In 1965 a group of us centered around Valley State College (now Cal State
Northridge) were forming a radical grouping within the Los Angeles liberal
and progressive communities. Many had been involved in the Civil Rights
and Civil Liberties movements, (some had worked in the South).
We heard about the first national anti-war demonstration by a new group
Students for a Democratic Society in Washington D.C. and started to form an
We went on to have the first anti-war (Vietnam) actions in LA and the first
anti-war sit-in and arrests.
The core of the group was Mike Klonsky, Paul Shinoff and myself. We were
forming a New Left. We didn't hate the "old" left but they didn't like us
much. We were open, democratic to the core, would include hippies,
anarchist, artists and most anyone else who had the same core beliefs.
Paul was a tall, great looking charismatic guy. He became popular with the
ladies and might have been the first radical leader to have groupies.
One scene from the 1966
We had set up a table in Sierra Hall, an eight story campus classroom
building with a massive lobby, distributing anti-draft literature. We, in
SDS, never asked permission, never got permits, we just did what we felt
was the right thing to do.. Soon the cops and deans came by to throw us
out. Both campus and LA police started surrounding the building.
Classes broke and students filled the halls and lobby, in the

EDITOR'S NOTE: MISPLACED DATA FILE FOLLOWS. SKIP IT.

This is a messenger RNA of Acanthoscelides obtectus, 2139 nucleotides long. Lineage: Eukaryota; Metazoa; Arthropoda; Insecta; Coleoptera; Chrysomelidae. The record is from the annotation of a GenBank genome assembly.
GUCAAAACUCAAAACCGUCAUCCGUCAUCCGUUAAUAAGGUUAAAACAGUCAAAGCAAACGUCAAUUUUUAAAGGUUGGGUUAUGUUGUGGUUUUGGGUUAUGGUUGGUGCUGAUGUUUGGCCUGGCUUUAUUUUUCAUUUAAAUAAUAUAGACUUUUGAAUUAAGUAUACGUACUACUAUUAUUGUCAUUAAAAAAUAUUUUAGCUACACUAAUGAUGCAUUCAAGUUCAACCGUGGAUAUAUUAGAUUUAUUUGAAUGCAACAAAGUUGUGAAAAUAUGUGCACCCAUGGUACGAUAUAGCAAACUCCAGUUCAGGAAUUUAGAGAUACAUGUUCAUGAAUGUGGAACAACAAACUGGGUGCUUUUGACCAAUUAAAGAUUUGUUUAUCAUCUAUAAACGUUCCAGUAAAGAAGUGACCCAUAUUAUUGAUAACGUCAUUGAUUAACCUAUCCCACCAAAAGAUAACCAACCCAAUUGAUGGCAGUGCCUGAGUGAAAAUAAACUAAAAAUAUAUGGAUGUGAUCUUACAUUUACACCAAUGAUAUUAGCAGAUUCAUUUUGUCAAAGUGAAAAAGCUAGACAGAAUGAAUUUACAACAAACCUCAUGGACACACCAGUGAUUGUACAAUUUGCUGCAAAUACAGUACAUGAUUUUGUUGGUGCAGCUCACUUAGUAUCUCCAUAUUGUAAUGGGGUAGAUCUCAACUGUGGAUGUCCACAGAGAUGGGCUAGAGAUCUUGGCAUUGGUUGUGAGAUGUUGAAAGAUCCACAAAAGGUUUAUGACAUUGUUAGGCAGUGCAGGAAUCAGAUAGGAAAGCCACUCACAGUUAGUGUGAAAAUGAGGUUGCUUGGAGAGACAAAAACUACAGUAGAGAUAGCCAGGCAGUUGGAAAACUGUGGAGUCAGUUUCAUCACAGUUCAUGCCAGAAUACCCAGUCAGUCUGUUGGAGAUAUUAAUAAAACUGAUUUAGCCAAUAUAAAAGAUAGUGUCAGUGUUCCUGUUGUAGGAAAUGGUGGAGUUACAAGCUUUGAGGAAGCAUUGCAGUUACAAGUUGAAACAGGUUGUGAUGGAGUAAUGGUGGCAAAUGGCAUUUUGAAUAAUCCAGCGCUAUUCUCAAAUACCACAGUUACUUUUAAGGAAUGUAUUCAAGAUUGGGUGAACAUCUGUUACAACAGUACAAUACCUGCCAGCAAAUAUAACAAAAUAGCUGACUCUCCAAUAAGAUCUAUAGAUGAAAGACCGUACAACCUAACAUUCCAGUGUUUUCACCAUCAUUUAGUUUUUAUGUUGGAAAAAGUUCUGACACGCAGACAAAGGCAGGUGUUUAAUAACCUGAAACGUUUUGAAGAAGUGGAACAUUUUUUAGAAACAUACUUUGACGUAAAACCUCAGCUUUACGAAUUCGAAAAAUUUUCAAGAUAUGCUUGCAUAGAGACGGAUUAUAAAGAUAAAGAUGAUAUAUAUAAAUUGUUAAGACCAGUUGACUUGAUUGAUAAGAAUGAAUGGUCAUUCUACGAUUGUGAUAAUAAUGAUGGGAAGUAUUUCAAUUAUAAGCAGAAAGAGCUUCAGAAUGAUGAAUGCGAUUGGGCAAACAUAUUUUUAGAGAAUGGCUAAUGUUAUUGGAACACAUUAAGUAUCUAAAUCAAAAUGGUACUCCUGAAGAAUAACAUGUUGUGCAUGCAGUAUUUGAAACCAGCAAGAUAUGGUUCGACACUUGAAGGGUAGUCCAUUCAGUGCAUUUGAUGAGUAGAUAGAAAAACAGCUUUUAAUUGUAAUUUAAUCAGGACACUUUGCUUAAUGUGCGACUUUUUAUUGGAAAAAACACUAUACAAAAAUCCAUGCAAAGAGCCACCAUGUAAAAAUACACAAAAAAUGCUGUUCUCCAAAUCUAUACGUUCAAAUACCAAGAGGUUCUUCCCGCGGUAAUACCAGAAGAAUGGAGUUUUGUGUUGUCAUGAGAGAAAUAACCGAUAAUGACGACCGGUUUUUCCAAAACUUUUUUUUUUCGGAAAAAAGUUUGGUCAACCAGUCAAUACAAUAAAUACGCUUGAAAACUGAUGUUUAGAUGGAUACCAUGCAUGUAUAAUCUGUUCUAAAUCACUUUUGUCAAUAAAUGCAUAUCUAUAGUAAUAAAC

hundreds. Paul jumped up on the table and started to addresses the growing
crowd. At one point he turned to me and asked if I had anything to say.
I said my piece and we continued to urge the crowd to stay and support us.
They did, even though some might not have supported us
politically. The cops and deans backed down and we stayed, to loud cheers
from the crowd.
In the later Sixties Paul helped organize the first radical documentary
film collective "Newsreal" and would moved to the Bay area. In the
Seventies he became a journalist. He worked for the Washington Post and
San Francisco Examiner.
He died.September 21, 2002 at the age of 58 after a long battle with
As a reporter he covered labor issues at the Examiner which spanned from
1978 to 1990. Before joining the Examiner, Shinoff wrote for the Washington
Post, and in 1976, won a Robert F. Kennedy Journalism Award for his
investigation of the deadly effect of asbestos on factory workers.
On a Sixties road trip around the world he took alone his son Joshua wrote.
"He was an incredibly adventurous person. he took a job as a deck hand on a
merchant marine ship bound for Australia. From there he made his way to New
Guinea . . . and then Singapore. There he bought a motorcycle, which he
rode all the way to Paris. In Paris, he sold the motorcycle for the money
he needed for a plane ticket back to the U.S."
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